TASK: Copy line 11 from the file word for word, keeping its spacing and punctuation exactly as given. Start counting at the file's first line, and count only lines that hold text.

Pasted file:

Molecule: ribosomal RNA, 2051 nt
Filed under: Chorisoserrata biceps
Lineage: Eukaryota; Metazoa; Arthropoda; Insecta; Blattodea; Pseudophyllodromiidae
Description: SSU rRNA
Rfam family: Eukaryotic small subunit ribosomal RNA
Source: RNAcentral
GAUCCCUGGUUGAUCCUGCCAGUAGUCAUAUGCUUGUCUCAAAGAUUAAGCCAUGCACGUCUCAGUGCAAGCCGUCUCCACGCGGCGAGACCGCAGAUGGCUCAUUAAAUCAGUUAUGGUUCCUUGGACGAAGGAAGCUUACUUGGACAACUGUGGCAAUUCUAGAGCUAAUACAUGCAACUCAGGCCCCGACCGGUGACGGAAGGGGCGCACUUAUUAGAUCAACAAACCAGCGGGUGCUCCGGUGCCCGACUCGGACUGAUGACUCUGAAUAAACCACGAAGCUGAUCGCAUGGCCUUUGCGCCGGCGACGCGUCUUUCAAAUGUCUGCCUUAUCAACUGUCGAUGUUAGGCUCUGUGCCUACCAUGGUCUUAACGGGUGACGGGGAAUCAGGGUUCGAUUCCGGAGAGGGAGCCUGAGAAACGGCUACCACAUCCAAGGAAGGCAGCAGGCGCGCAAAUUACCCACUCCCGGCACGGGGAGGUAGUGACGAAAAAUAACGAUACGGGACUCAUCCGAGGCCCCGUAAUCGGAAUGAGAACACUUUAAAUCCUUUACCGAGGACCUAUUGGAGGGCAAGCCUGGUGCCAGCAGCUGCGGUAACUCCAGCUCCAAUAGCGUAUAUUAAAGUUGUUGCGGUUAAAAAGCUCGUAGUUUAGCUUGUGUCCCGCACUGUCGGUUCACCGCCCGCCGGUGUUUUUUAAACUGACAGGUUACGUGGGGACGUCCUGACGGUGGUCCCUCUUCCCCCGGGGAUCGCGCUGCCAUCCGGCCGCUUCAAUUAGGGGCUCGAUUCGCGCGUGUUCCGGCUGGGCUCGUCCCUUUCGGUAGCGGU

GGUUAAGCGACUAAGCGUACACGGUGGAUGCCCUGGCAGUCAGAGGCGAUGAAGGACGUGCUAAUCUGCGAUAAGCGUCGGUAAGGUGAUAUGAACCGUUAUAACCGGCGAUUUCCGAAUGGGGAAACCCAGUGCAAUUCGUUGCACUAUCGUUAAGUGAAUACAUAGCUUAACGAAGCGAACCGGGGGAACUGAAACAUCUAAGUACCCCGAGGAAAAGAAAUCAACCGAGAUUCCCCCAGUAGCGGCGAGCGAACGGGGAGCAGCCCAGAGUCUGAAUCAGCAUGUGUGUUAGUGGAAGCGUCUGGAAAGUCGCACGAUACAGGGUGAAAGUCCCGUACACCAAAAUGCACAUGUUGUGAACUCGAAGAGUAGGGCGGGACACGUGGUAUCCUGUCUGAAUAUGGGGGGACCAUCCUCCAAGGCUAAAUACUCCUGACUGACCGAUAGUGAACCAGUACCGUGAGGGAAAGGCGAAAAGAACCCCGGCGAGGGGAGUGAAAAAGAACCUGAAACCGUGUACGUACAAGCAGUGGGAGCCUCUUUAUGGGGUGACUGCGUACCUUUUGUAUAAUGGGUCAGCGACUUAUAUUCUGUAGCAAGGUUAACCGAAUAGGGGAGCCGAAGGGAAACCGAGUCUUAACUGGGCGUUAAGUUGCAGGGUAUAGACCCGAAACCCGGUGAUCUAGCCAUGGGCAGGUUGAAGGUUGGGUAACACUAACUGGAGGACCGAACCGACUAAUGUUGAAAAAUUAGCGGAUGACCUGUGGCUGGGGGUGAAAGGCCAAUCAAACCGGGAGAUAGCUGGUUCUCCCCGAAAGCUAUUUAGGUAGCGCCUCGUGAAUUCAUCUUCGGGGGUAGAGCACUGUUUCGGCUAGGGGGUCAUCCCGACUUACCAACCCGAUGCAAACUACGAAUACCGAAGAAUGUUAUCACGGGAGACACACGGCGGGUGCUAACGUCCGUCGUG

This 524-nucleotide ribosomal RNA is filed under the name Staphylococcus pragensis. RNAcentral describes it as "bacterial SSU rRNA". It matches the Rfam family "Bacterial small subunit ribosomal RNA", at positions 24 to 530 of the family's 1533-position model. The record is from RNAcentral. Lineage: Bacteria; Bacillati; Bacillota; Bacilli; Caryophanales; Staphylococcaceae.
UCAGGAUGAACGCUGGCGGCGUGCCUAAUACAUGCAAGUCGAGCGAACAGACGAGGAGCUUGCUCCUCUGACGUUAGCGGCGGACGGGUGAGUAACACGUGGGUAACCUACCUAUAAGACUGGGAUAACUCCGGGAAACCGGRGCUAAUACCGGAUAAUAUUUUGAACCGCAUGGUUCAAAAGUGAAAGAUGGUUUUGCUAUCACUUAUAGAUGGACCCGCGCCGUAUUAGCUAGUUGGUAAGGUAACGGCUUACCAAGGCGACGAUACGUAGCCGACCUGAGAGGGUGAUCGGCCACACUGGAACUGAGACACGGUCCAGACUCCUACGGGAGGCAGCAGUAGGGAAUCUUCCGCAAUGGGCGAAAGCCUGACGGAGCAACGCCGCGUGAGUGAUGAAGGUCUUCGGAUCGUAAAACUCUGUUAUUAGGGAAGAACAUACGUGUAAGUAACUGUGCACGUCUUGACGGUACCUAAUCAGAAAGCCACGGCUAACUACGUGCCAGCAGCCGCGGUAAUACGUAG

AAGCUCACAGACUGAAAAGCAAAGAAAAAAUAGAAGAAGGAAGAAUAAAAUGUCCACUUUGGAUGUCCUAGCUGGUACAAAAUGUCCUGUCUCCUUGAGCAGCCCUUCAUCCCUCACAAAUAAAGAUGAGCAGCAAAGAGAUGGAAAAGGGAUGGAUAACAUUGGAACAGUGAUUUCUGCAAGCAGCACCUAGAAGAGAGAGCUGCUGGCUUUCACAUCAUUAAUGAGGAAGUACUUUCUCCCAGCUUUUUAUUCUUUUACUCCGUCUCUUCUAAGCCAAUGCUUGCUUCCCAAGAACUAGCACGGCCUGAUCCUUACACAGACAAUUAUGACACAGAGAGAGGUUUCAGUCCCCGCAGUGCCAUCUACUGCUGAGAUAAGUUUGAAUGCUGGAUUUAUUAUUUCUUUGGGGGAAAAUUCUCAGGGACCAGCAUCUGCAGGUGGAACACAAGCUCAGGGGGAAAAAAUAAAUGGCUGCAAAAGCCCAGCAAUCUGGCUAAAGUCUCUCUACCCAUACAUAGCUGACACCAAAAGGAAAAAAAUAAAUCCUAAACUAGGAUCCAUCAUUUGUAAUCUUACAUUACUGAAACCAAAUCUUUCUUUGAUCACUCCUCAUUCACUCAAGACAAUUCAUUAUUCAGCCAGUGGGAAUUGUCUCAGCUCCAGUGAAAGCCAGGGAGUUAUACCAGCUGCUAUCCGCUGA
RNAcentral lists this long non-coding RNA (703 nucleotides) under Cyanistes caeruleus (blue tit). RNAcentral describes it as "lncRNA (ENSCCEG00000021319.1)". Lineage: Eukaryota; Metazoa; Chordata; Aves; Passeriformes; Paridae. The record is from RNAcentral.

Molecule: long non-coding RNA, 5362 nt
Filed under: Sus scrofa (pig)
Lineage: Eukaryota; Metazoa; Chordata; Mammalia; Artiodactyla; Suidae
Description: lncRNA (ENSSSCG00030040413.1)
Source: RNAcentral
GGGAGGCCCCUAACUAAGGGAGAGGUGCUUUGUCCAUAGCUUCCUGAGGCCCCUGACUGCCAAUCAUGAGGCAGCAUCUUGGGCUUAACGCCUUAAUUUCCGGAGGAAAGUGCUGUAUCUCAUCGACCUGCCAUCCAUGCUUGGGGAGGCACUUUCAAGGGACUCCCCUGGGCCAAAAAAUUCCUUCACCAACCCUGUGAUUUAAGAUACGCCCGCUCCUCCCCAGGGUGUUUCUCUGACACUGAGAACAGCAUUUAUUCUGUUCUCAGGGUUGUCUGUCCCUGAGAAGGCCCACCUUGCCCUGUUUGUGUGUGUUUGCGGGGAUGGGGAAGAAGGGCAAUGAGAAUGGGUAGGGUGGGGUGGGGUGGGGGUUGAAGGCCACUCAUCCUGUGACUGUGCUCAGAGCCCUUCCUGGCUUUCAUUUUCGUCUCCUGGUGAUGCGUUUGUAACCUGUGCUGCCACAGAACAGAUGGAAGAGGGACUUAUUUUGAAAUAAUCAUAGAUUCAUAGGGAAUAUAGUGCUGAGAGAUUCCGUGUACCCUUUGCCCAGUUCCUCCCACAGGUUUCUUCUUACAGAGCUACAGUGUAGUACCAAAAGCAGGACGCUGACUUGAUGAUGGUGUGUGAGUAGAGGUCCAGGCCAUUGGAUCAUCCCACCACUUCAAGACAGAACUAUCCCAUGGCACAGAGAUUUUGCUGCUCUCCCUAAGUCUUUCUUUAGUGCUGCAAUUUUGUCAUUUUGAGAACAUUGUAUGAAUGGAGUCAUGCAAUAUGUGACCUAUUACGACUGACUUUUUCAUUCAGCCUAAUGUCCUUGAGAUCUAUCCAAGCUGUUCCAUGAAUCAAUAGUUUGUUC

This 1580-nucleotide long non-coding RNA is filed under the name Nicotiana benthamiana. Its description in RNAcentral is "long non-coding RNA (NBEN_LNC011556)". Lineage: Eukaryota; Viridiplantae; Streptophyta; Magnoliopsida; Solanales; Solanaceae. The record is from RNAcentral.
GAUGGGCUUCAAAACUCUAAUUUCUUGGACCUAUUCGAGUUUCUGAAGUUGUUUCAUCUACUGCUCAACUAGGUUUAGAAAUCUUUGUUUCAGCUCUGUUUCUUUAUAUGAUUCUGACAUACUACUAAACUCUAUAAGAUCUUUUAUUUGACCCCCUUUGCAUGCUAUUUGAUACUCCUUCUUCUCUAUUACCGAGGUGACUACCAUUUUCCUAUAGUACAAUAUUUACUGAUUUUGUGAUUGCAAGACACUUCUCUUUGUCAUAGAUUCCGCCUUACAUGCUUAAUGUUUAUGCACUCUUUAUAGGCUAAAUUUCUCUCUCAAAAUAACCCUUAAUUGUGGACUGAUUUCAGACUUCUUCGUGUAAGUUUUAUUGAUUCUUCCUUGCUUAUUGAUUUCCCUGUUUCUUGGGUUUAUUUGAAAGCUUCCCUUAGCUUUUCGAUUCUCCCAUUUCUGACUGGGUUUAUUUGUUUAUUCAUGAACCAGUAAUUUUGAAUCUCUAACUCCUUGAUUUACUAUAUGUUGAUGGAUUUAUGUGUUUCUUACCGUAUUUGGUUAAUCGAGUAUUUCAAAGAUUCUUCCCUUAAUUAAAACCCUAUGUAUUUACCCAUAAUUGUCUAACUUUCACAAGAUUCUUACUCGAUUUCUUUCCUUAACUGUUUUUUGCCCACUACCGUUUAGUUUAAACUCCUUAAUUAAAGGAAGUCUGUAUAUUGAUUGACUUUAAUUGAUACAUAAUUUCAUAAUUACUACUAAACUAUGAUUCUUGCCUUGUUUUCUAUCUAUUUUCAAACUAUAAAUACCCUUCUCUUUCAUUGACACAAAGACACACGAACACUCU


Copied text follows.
AAGCUCACAGACUGAAAAGCAAAGAAAAAAUAGAAGAAGGAAGAAUAAAAUGUCCACUUUGGAUGUCCUAGCUGGUACAAAAUGUCCUGUCUCCUUGAGCAGCCCUUCAUCCCUCACAAAUAAAGAUGAGCAGCAAAGAGAUGGAAAAGGGAUGGAUAACAUUGGAACAGUGAUUUCUGCAAGCAGCACCUAGAAGAGAGAGCUGCUGGCUUUCACAUCAUUAAUGAGGAAGUACUUUCUCCCAGCUUUUUAUUCUUUUACUCCGUCUCUUCUAAGCCAAUGCUUGCUUCCCAAGAACUAGCACGGCCUGAUCCUUACACAGACAAUUAUGACACAGAGAGAGGUUUCAGUCCCCGCAGUGCCAUCUACUGCUGAGAUAAGUUUGAAUGCUGGAUUUAUUAUUUCUUUGGGGGAAAAUUCUCAGGGACCAGCAUCUGCAGGUGGAACACAAGCUCAGGGGGAAAAAAUAAAUGGCUGCAAAAGCCCAGCAAUCUGGCUAAAGUCUCUCUACCCAUACAUAGCUGACACCAAAAGGAAAAAAAUAAAUCCUAAACUAGGAUCCAUCAUUUGUAAUCUUACAUUACUGAAACCAAAUCUUUCUUUGAUCACUCCUCAUUCACUCAAGACAAUUCAUUAUUCAGCCAGUGGGAAUUGUCUCAGCUCCAGUGAAAGCCAGGGAGUUAUACCAGCUGCUAUCCGCUGA